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New Series – PRINCE2 and the ECPM Framework Comparison

Integrating ECPM Artifacts to Improve PRINCE2 Performance

Since its introduction in 1996 PRINCE2 has expanded to where it is now being used in more than 150 countries including the U.S. It has established itself as the de facto project management standard in the EU and elsewhere. It is now gaining a footprint in the U.S. as validated by the growing number of training offerings available. As the PRINCE2 community grows in the U.S. there is an unmet need to share with them how some of the agile artifacts that have worked so well in the U.S. can improve PRINCE2 performance. PRINCE2 predates the agile movement and, while adaptable, it is not based on agile, lean principles. There is a clear synergy to be gained from that integration.

My intent is to bring that integration to the attention of the global PRINCE2 community through this series of articles. My purpose is to help you improve your PRINCE2 project management performance regardless of which side of the pond you call home.

My efforts have been reinforced through my collaboration with Colin Bentley. He first authored PROMPT II in 1975 and was also a major contributor to PRINCE2 in the 1996, 2005 and 2009 editions of the PRINCE2 Manual. Upon his retirement he was the Chief Examiner of PRINCE2 examination papers. Colin is still active in the profession and a constant source of advice and inspiration to me.


PRINCE2 and the ECPM Framework (Wysocki, Robert K. 2014. Effective Complex Project Management: An Adaptive Agile Framework for Delivering Business Value, J. Ross Publishing) are similar. They are both adaptive and designed to produce best fit project management models tailored to the project characteristics. Quoting from each of their descriptor documents:

  • PRINCE2 is not a “one size fits” all solution. Rather it is a Flexible Framework that can readily be tailored to any type or size of project.
  • ECPM is not a methodology. Rather it is an Adaptive Agile Framework that utilizes robust decision processes to build best fit management models driven by project characteristics and the internal/external environments in which it is executed.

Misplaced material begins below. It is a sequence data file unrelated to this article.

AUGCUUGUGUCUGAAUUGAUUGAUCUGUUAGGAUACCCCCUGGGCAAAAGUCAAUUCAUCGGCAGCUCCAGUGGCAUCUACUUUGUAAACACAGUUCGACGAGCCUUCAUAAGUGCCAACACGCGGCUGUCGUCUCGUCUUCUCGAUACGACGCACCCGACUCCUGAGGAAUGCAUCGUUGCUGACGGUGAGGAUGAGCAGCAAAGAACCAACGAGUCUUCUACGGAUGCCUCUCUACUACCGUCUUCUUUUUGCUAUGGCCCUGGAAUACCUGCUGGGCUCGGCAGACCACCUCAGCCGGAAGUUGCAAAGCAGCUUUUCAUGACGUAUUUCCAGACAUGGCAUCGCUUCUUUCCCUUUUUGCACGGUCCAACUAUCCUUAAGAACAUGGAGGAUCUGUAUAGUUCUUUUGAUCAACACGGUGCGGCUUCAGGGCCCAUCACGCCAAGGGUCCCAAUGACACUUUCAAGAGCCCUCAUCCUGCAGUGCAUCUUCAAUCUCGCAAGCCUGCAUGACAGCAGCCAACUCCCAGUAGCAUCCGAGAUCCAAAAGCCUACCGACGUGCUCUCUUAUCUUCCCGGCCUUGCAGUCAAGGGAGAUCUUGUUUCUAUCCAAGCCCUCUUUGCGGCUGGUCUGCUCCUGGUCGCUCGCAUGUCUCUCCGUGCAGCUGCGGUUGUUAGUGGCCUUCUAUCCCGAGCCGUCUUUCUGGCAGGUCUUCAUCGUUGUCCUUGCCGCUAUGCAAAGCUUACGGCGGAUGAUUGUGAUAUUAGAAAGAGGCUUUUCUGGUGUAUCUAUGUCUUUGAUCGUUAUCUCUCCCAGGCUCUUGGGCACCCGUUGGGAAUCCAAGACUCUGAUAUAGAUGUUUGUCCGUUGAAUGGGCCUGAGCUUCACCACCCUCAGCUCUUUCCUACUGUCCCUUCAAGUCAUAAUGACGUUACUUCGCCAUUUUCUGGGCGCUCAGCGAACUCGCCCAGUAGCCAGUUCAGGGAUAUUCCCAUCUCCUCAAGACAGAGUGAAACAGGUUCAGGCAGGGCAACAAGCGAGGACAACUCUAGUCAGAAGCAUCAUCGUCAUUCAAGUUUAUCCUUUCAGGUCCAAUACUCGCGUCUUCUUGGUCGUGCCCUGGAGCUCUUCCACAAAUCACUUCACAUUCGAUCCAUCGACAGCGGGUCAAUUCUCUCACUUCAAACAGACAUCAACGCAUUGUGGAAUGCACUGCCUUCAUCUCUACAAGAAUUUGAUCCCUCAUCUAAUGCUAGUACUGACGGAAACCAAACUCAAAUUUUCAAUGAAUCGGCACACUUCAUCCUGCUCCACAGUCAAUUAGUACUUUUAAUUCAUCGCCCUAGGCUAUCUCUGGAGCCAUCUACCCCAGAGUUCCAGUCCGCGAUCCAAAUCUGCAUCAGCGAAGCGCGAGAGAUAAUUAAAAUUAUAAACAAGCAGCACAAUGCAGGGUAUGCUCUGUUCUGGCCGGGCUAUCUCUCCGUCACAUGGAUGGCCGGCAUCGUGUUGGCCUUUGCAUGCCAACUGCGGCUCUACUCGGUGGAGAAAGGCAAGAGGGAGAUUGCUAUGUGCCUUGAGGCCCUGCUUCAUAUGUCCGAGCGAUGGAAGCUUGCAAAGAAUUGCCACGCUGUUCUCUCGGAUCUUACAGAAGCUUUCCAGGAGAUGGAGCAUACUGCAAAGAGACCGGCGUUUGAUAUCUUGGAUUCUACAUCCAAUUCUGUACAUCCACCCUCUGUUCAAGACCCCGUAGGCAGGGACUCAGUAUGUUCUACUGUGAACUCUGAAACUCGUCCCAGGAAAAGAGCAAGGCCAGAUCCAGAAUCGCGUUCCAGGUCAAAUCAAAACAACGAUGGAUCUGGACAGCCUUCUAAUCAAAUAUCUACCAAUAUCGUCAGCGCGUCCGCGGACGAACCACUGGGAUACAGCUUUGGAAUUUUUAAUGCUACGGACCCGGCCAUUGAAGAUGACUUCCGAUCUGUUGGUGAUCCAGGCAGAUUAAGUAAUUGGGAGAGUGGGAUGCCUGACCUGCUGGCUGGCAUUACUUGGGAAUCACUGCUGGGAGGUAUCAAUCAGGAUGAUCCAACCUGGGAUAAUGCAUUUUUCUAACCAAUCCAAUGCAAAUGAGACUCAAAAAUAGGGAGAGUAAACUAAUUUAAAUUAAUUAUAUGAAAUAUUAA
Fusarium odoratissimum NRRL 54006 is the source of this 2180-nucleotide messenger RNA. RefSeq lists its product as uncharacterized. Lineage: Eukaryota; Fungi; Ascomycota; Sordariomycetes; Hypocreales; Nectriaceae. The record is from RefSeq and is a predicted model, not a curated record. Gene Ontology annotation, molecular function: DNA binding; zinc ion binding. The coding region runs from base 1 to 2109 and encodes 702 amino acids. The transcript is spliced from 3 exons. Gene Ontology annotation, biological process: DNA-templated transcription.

These are very high-level similarities. But there are differences as well. For example, the ECPM Framework is designed around the “Lean Principles”. PRINCE2 is not. That difference is significant in today’s competitive marketplace and opens a number of opportunities to improve PRINCE2 performance through integrating selected ECPM Framework artifacts. In fact, many of the ECPM Framework artifacts can be integrated into PRINCE2 with minimal disruption. That allows the PRINCE2 community to pick and choose from among the recommended artifacts for maximum business value and performance improvement. There is a great deal of synergy that can result from such integrations. The ECPM Framework has a long and successful history based on over 20 years of U.S. client experiences. The ECPM Framework was designed around these successful client experiences. So we know that the ECPM Framework works because Bob was there to see that it worked.

Wysocki 1

Figure 1: A Side-by-Side Comparison of PRINCE2 and the ECPM Adaptive Agile Framework


There is a clear synergy to be realized by integrating certain artifacts from the ECPM Framework into PRINCE2. Such is the rationale for this book. The ECPM Framework grew out of over 25 years of EII client experiences and provided the concept and design of the ECPM Framework. This book brings those experiences to the forefront. The strength of these experiences is that they not only identify “WHAT” must be done (as does PRINCE2) but also “HOW” to do it. This takes PRINCE2 to the Practitioner and even Professional levels and much closer to defining how to accomplish performance improvements. To that end the article series discusses the 10 topics summarized below.

Strengthening Client Involvement in the PRINCE2 Process: Using the ECPM Co-Manager Model

Meaningful client involvement has been cited (Standish Group, 2013) as a critical success factor to project success. The best way to accomplish this is to give the client a leadership role in project planning and execution. Having them as a co-manager of their projects is the most effective way of achieving that involvement.

Project Initiation in PRINCE2: Using the ECPM Brainstorming Process

Among the most effective ways to get a project headed in the right direction is a project formation process that is an open and honest process for validating the project. This begins with the IDEATION Phase. It is a three step Phase that begins with a unique Brainstorming Session, High-level requirements elicitation and the brief description of the project.

Lean PRINCE2 Stage Planning in the Face of an Incomplete Solution: Using the ECPM High-level Requirements Definition